After much congressional scrutiny about the release of information related to grants, the National Science Foundation (NSF) has announced a new approach to transparency. The agency will now include in award abstracts a non-technical description of the research and an explanation of the project’s significance as it relates to the nation’s interests.

“Good stewardship of public resources requires ongoing examination of our processes and continuous improvement,” said NSF Director France Córdova. “We will continue to convey the significance of our science and engineering research in supporting the national interest. To do this we must clearly communicate our funding rationale publicly.”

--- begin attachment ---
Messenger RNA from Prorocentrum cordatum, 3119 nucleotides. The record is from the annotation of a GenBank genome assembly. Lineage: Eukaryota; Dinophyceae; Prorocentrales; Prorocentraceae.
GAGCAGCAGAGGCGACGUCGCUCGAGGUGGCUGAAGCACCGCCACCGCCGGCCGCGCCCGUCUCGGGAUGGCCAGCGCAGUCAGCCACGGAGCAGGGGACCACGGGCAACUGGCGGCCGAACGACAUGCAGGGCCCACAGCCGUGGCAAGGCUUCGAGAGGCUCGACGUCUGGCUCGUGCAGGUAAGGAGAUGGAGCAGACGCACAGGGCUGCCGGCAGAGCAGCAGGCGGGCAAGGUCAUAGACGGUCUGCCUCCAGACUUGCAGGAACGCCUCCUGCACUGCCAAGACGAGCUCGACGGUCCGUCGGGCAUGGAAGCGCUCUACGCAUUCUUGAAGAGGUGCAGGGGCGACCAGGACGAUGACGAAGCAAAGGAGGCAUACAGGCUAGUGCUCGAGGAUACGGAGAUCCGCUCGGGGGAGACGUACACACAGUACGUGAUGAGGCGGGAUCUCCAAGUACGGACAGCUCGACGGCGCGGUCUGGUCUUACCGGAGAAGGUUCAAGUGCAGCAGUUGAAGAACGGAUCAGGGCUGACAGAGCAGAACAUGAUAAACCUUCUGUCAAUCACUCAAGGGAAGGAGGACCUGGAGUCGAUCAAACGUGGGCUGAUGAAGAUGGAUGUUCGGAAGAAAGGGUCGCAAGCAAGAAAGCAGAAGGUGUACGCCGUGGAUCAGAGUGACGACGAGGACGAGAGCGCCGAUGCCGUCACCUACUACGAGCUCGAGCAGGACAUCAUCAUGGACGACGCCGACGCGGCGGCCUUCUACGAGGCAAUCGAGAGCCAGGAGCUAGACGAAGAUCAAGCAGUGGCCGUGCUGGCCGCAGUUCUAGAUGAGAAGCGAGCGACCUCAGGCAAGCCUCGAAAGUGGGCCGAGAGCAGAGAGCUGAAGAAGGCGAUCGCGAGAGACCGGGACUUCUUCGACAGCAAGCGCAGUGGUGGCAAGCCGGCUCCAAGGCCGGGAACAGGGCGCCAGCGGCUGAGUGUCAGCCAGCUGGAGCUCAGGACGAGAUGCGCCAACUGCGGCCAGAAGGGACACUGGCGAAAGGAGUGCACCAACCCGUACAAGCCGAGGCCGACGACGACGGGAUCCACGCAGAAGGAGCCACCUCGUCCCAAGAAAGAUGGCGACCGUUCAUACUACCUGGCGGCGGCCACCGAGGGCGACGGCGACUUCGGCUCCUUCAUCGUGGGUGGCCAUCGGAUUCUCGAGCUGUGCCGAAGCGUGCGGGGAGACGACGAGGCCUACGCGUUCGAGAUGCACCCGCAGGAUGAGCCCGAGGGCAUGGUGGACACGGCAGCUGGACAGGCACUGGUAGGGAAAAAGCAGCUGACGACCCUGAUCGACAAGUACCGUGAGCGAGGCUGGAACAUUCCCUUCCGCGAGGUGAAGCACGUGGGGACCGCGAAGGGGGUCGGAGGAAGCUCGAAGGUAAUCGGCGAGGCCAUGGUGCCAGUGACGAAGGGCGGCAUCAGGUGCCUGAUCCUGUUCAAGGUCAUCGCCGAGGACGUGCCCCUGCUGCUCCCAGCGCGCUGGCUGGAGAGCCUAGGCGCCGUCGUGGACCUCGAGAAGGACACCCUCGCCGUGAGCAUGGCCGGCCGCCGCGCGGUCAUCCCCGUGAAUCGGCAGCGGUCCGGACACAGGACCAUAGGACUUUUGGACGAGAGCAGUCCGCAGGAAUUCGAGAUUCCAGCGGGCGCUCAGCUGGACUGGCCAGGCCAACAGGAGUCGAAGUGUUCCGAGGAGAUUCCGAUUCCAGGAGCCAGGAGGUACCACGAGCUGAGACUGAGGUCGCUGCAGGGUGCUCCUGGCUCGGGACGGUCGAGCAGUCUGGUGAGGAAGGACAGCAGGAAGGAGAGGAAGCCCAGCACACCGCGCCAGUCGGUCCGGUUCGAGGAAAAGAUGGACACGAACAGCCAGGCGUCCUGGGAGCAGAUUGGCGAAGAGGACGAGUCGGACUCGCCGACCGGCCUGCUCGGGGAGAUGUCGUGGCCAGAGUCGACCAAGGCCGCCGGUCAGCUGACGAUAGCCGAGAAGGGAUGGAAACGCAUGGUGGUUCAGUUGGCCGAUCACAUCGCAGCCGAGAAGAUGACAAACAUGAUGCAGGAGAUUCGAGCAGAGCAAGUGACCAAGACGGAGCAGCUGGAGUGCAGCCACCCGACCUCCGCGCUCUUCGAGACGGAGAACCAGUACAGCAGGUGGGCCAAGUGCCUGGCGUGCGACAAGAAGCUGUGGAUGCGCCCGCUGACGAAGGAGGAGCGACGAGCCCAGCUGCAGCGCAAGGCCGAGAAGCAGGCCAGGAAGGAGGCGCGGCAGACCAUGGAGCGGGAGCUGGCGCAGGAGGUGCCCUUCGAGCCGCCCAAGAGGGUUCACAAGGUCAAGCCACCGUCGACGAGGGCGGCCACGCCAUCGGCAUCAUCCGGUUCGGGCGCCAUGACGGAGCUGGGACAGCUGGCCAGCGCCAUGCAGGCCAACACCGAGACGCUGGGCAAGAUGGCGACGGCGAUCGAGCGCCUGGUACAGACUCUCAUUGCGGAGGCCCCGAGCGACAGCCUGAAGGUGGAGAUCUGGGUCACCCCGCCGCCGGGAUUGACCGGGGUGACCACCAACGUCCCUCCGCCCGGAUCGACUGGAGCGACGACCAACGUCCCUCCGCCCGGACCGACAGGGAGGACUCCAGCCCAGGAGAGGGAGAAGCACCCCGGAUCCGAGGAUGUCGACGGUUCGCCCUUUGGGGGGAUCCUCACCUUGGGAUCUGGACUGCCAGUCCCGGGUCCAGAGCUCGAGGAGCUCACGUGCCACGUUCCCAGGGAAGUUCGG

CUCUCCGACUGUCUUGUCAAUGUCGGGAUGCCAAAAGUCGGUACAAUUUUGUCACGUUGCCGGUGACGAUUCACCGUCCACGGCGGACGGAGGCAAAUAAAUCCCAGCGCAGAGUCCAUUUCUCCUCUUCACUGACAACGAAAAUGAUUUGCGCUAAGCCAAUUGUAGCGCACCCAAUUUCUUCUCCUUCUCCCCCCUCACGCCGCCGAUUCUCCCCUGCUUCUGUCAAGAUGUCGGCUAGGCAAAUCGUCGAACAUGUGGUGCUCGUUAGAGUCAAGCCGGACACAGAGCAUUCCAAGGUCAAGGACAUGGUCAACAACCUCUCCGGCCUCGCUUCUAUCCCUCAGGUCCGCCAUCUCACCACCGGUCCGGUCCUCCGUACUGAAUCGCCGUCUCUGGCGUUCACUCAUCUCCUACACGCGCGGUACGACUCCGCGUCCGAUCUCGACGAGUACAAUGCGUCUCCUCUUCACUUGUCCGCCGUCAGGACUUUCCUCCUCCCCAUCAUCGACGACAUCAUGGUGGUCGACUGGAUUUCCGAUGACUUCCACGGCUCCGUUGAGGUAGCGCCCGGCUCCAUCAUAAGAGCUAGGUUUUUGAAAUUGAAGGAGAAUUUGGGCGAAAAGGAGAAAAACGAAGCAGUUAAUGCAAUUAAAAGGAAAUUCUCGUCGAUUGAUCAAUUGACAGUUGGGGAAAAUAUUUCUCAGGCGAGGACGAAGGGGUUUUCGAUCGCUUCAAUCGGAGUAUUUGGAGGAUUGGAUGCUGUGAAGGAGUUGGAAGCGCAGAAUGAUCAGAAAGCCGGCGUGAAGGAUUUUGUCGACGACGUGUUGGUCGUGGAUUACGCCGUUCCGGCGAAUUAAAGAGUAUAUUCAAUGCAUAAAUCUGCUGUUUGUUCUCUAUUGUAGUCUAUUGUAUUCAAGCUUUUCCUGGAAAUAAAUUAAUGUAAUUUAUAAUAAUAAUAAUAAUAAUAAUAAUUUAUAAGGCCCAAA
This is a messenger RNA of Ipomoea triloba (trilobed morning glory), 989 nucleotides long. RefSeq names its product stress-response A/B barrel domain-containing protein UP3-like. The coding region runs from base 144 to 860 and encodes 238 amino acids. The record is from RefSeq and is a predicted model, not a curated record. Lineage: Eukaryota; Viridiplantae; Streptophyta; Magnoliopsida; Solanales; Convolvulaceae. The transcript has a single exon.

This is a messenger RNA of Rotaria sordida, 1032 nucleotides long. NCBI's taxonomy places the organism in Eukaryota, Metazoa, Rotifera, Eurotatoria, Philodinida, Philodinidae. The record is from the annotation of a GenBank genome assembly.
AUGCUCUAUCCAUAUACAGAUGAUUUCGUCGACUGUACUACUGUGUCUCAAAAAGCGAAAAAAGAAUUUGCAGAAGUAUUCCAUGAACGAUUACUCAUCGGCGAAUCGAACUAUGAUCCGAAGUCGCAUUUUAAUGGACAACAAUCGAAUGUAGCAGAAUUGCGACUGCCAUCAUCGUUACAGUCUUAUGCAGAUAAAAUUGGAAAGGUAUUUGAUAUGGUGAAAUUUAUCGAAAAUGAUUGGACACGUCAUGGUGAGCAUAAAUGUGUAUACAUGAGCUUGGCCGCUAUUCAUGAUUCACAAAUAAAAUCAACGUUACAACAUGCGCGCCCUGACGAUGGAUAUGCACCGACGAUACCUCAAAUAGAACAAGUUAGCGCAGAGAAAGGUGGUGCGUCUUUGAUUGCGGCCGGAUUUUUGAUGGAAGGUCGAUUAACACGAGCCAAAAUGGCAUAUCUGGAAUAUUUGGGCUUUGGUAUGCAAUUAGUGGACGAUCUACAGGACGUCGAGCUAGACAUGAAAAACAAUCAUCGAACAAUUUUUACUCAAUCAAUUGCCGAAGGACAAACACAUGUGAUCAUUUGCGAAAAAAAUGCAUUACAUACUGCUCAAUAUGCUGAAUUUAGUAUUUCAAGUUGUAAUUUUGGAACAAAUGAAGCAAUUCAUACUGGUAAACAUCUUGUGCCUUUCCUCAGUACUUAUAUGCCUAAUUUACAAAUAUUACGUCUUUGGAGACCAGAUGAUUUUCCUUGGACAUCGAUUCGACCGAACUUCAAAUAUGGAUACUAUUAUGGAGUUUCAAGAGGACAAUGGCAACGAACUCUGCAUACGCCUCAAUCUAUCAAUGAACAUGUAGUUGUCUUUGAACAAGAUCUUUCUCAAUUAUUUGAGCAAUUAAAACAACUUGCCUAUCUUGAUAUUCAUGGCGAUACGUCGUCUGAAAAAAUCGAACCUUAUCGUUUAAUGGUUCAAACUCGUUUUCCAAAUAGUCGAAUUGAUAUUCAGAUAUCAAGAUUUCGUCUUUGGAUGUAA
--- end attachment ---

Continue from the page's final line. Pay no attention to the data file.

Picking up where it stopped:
NSF program staff will be offered training for writing award abstracts and titles, in order to meet the new policy.

Representative Lamar Smith (R-TX), who has used his position as chair of the House Science, Space, and Technology Committee to criticize transparency at NSF, called the new policy encouraging. “For more than a year, I have been calling for the NSF to provide public explanations for how NSF research grants are in the national interest and worthy of taxpayers’ hard-earned dollars,” said Smith. “The NSF’s new policy is a step in the right direction. Congress and taxpayers will be eager to see how the new NSF national interest criterion is implemented.”

 


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